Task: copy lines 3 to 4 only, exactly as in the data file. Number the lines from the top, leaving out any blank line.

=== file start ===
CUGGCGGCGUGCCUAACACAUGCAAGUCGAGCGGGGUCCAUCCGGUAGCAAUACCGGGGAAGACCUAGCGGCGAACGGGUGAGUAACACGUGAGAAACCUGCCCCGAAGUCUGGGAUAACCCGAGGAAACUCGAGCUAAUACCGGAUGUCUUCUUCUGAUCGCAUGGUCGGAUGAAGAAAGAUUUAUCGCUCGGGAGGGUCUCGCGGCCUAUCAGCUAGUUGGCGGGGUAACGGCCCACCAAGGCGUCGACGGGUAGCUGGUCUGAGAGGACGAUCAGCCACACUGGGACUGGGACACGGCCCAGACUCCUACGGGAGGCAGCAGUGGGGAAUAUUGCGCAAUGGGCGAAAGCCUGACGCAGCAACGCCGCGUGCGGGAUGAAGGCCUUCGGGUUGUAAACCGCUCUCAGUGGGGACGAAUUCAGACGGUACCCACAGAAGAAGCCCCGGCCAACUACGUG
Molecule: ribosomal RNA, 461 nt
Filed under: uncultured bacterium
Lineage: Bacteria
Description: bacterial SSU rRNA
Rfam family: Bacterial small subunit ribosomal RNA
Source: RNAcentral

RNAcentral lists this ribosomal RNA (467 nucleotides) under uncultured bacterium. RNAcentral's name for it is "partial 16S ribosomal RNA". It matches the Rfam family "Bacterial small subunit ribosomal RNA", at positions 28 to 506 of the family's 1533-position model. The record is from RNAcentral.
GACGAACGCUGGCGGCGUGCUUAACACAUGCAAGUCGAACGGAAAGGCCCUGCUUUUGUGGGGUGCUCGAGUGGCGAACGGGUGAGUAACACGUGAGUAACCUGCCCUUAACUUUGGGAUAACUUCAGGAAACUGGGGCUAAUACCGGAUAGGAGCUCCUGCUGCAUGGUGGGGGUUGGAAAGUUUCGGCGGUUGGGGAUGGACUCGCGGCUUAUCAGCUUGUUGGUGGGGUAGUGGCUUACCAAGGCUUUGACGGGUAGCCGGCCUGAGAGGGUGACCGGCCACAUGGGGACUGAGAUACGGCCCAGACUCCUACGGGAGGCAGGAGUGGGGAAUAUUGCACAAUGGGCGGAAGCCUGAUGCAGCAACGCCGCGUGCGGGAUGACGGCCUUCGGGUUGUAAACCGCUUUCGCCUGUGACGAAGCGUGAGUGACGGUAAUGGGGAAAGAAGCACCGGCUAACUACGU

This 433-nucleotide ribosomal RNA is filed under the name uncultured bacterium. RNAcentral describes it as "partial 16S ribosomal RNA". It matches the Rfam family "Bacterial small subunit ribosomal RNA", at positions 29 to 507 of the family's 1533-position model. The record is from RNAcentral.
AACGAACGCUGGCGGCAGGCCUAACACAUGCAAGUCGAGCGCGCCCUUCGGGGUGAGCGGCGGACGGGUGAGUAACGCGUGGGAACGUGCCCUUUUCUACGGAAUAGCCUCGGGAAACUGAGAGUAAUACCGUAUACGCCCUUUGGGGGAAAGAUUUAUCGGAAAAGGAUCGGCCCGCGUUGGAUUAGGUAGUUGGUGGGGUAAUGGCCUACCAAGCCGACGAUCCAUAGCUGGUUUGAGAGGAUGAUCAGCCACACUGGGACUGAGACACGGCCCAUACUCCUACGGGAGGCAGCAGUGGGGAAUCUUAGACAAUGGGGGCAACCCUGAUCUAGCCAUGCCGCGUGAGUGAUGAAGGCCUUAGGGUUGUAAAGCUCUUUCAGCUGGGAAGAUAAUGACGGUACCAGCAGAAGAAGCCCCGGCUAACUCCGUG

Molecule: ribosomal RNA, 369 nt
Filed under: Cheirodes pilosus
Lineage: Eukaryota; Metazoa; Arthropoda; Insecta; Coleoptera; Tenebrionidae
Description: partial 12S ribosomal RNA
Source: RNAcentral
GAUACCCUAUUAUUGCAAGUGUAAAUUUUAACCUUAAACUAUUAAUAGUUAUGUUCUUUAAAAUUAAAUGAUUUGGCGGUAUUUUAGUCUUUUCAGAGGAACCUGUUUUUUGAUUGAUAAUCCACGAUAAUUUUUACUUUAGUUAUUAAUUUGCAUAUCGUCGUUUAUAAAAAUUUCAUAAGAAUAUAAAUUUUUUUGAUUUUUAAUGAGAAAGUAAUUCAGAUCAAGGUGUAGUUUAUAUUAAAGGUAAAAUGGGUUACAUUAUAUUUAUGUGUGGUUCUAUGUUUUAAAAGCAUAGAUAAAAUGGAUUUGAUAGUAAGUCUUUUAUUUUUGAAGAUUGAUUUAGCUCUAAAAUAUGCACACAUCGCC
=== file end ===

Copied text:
Filed under: uncultured bacterium
Lineage: Bacteria